PROVIDED. Cancer surveillance plays an essential role in cancer prevention and intervention. This proposal develops new statistical methods that deal with complex data-related issues in cancer surveillance studies. In particular, the specific aims are motivated by problems encountered in surveillance studies that monitor cancer mortality and geographical patterns, and that study disproportionate disease burden on particular populations and important risk factors. We plan to (1) develop new methods to analyze the cross-relationship matrix of the change trends [e.g. the annual rate changes (ARC)] in mortality or incidence on multiple cancer sites for the period of 1969-2004; (2) propose disease clustering/surveillance methods for outcomes subject to censoring; (3) propose a new test statistic for spatial clustering detection that incorporates latency distributions that are associated with cancer, and studies whether disease clustering patterns differ according to genetic characteristics; (4) develop and evaluate a spatio-temporal hidden Markov model for disease surveillance based on regionspecific counts of disease incidence; (5) develop efficient algorithms and user-friendly statistical software that implement these methods with the goal of disseminating them to health science researchers. The proposed methods will be applied to several cancer and environmental health projects that the investigators have been involved in, namely, the SEER cancer mortality data, the SEER prostate cancer incidence data and the Taiwan Leukemia data. The methods will allow practitioners as well as health care policy makers to better understand the change trends of cancer deaths/incidence and the cross-relationship of these trends for the purpose of planning and resource allocation. The methods will also help reveal disproportionate disease burden on at-risk populations and identify important risk factors, including genetic susceptibility. The surveillance methods proposed in this project are linked to the spatio-temporal methods proposed in Project 1, and the regularized regression models proposed in this project are related to the variable selection methods proposed in Project 3. In addition, all three projects have a common theme of the analysis of high-dimensional observational study data, and all projects will generate statistical methods and computational approaches that will inform those developed in the others.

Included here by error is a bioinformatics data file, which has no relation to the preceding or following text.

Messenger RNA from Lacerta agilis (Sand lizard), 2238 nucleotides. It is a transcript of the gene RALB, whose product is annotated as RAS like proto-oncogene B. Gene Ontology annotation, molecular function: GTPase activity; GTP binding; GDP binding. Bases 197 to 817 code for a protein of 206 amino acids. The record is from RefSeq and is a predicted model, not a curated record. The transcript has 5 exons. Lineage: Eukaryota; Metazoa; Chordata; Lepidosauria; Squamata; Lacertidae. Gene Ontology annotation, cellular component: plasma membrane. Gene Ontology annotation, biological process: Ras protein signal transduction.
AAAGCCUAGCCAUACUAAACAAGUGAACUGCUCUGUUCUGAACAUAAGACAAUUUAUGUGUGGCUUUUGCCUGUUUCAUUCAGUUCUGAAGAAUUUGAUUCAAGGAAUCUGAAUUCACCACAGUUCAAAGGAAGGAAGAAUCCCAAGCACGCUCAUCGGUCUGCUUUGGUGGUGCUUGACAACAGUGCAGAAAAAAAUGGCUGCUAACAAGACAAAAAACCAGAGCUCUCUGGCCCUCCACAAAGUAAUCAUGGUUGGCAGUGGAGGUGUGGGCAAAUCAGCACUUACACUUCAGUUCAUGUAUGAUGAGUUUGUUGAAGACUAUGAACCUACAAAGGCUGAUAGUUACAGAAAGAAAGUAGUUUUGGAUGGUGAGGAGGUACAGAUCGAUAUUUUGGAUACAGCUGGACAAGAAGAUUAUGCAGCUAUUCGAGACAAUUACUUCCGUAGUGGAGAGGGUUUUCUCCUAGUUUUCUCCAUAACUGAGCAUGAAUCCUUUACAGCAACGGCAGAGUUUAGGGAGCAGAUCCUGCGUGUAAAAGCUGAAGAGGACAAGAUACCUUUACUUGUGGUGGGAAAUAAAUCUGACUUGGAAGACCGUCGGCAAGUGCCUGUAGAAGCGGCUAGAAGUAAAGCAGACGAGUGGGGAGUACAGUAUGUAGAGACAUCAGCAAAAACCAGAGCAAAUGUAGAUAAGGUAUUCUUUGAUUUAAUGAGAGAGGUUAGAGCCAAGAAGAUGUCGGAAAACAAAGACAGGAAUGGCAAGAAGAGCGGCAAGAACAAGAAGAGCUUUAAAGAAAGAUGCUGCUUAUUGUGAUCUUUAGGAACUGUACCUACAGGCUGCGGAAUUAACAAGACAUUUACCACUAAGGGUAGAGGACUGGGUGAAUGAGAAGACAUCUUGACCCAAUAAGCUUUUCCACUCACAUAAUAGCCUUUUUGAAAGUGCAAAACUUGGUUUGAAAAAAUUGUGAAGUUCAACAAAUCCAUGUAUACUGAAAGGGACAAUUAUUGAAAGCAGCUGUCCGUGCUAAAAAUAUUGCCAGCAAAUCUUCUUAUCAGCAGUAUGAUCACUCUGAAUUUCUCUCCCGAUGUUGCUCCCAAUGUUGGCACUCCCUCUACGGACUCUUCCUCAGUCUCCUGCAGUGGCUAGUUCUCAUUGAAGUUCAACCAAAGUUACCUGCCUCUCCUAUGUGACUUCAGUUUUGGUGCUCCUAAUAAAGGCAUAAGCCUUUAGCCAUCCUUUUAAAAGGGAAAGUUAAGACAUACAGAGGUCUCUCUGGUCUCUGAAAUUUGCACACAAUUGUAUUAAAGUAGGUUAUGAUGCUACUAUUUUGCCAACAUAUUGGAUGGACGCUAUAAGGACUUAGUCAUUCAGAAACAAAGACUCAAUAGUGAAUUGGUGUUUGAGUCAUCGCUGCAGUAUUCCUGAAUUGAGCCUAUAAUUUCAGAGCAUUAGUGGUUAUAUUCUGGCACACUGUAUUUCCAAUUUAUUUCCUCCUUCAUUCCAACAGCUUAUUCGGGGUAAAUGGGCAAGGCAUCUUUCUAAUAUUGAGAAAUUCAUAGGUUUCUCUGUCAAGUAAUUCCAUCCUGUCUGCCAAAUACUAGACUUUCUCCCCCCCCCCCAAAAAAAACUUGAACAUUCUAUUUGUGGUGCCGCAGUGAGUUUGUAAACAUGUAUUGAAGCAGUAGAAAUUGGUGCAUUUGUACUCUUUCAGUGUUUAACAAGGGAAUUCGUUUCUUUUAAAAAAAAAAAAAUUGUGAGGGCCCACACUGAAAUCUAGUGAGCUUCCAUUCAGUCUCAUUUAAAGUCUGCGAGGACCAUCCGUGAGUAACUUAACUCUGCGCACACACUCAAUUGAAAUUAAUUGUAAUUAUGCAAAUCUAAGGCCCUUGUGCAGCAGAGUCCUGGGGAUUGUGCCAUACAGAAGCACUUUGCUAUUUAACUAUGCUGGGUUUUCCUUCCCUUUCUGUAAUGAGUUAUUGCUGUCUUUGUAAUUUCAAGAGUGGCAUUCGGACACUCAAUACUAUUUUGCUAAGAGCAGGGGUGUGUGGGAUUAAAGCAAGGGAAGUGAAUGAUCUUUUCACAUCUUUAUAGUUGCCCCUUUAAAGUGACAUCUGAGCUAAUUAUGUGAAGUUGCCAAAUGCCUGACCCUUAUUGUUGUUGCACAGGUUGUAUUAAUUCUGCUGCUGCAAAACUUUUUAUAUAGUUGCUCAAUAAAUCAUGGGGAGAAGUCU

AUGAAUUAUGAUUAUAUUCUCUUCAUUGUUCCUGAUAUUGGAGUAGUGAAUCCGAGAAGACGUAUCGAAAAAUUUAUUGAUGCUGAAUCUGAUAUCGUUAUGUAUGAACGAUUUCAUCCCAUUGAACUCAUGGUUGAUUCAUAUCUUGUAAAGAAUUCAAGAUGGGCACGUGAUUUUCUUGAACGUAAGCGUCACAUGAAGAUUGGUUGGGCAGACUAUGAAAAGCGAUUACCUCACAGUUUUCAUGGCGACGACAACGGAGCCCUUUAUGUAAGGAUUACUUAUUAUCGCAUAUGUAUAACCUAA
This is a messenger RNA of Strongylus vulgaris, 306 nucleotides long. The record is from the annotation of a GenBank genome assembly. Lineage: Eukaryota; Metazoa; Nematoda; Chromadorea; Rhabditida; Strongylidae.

National Institute of Health (NIH)
National Cancer Institute (NCI)
Research Program Projects (P01)
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Special Emphasis Panel (ZCA1-RPRB-7)
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Harvard University
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